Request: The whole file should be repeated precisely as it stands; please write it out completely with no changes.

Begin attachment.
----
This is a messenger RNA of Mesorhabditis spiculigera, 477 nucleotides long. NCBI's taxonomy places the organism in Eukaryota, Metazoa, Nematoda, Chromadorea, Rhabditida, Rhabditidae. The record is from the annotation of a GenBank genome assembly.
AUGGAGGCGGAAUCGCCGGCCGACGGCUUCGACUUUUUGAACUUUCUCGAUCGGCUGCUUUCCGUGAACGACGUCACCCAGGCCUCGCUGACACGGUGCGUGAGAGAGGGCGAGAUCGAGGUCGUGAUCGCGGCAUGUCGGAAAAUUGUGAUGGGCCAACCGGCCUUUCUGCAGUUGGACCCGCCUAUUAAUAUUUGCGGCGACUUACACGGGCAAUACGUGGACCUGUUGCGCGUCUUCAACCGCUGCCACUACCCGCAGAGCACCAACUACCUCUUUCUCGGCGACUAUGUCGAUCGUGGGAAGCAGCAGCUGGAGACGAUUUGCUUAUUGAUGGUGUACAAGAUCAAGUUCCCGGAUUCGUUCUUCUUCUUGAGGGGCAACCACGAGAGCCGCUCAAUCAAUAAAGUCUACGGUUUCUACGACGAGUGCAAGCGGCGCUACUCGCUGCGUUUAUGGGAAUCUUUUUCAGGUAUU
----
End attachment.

This is a messenger RNA of Mesorhabditis spiculigera, 477 nucleotides long. NCBI's taxonomy places the organism in Eukaryota, Metazoa, Nematoda, Chromadorea, Rhabditida, Rhabditidae. The record is from the annotation of a GenBank genome assembly.
AUGGAGGCGGAAUCGCCGGCCGACGGCUUCGACUUUUUGAACUUUCUCGAUCGGCUGCUUUCCGUGAACGACGUCACCCAGGCCUCGCUGACACGGUGCGUGAGAGAGGGCGAGAUCGAGGUCGUGAUCGCGGCAUGUCGGAAAAUUGUGAUGGGCCAACCGGCCUUUCUGCAGUUGGACCCGCCUAUUAAUAUUUGCGGCGACUUACACGGGCAAUACGUGGACCUGUUGCGCGUCUUCAACCGCUGCCACUACCCGCAGAGCACCAACUACCUCUUUCUCGGCGACUAUGUCGAUCGUGGGAAGCAGCAGCUGGAGACGAUUUGCUUAUUGAUGGUGUACAAGAUCAAGUUCCCGGAUUCGUUCUUCUUCUUGAGGGGCAACCACGAGAGCCGCUCAAUCAAUAAAGUCUACGGUUUCUACGACGAGUGCAAGCGGCGCUACUCGCUGCGUUUAUGGGAAUCUUUUUCAGGUAUU